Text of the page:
As part of the Guardian’s Who Owns The Progressive Future? Series, master social theorist (and a favorite of mine) Zygmunt Bauman wrote a column dealing with the differences between the left and the right on economic matters (or lack thereof). His verdict is quite bleak:
Indeed. What is now meant by the "the left" is either "the left-of-center" or simply, as is the case for the current US Democratic Party, right-of-center moderates who split from the insane warring right (I can safely predict that an Obama presidency will be a right-of-center presidency). Actually, what "progressive" means, if one looks at the major blogs, is the taking-over by libertarians and moderate conservatives of the label "progressive" (the Obama camp and its economic advisers from the University of Chicago), elbowing out old-fashioned liberals (the Hillary camp). That battle was fought in the primary, the liberals lost. The Democratic Party now belongs to conservatives, moderates and libertarians (with the ideological luminaries such as Kos, Huffington and other former Republicans).
It is quite noticeable that social policies rank very low in the hierarchy of priorities of this political clique as opposed to the self-affirmation derived from just being the good guys who "nominated the black guy" as another figure of the "progressive" blogosphere put it a while back. Don’t expect universal healthcare and other social policies. It’s already a done deal that it is not going to happen and the economic crisis provides cover for that. After all, Obama was a strong advocate of the Wall Street bailout while he has already stated that he will not implement social policy plans, on education, for instance, he had indicated in his platform.
But for Bauman, the liquidation of the left (and, for anyone familiar with Bauman’s work, the concept of liquidity is central, so, my pun is definitely intended) has a lot to do with one central aspect of globalization: the declining political and economic significance of the nation-state.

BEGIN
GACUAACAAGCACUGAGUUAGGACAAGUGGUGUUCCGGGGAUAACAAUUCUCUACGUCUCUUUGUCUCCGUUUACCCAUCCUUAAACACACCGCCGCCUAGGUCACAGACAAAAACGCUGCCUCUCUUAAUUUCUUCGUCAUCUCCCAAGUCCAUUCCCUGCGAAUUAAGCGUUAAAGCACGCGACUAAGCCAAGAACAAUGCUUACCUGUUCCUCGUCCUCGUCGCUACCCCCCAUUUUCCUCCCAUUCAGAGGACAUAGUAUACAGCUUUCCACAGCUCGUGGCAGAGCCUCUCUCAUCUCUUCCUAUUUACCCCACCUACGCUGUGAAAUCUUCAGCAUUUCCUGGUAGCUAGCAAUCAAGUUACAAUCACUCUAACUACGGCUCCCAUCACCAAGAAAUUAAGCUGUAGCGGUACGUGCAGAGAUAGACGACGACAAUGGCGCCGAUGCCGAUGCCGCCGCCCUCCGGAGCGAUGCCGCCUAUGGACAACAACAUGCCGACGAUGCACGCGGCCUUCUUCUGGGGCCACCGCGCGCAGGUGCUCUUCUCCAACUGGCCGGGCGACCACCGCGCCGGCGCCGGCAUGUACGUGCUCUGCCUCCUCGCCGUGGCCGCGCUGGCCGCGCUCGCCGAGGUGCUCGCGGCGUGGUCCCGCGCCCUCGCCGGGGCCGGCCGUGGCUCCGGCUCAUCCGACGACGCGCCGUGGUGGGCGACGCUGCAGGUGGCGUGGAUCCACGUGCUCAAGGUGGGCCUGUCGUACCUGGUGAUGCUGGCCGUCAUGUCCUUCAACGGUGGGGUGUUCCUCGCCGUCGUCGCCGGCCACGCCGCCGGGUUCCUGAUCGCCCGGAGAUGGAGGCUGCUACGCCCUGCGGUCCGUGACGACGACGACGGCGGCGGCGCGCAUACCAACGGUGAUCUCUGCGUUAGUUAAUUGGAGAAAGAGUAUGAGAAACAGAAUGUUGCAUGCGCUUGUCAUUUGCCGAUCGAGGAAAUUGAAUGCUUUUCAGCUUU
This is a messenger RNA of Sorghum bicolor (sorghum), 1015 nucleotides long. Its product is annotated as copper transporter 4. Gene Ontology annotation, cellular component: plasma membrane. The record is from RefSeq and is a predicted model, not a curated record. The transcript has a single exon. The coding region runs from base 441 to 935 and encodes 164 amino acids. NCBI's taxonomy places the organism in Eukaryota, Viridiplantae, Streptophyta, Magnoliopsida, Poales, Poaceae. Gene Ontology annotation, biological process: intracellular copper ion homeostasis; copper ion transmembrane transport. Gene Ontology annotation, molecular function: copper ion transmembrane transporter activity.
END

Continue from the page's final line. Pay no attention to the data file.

Again, this argument is applicable to the American political situation: the Democratic victory of November (it will be a Democratic victory, the only question will be that of actual numbers of senators and representatives) is actually more the collapse of the Republican party, as dominated by the neo-cons (failure of military and foreign policy), neo-liberals (economic collapse) and religious fundamentalists. That particular coalition is at an end and the rats are leaving that sinking ship as fast as they can (see: Powell, Colin). It will take probably several years for the Republicans to reexamine their coalition and rebuild it.
Either way, the Western block is facing a crisis of legitimacy and the left has not been able to take advantage of the global disasters brought about by US policies to advance a truly social-democratic agenda (at least not yet, one can always hope).
My view on this is that the promotion of a social-democratic program will have to be articulated in global terms and promoted by structures outside of the traditional political party. It will come from the global civil society organizations and social movements (such as the World Social Forum) and will seep through the interstices of the decaying nation-state structures and the current loopholes of the global system. Of course, there will be struggle involved as the current powerholders (the global financial sector) still have the power to demand the emptying of national coffers in the name of the global economic system and obtain the satisfaction of such demands without much protest, which, in itself, is quite revealing of the state of the left, either complicit or neutered or in disarray or co-opted.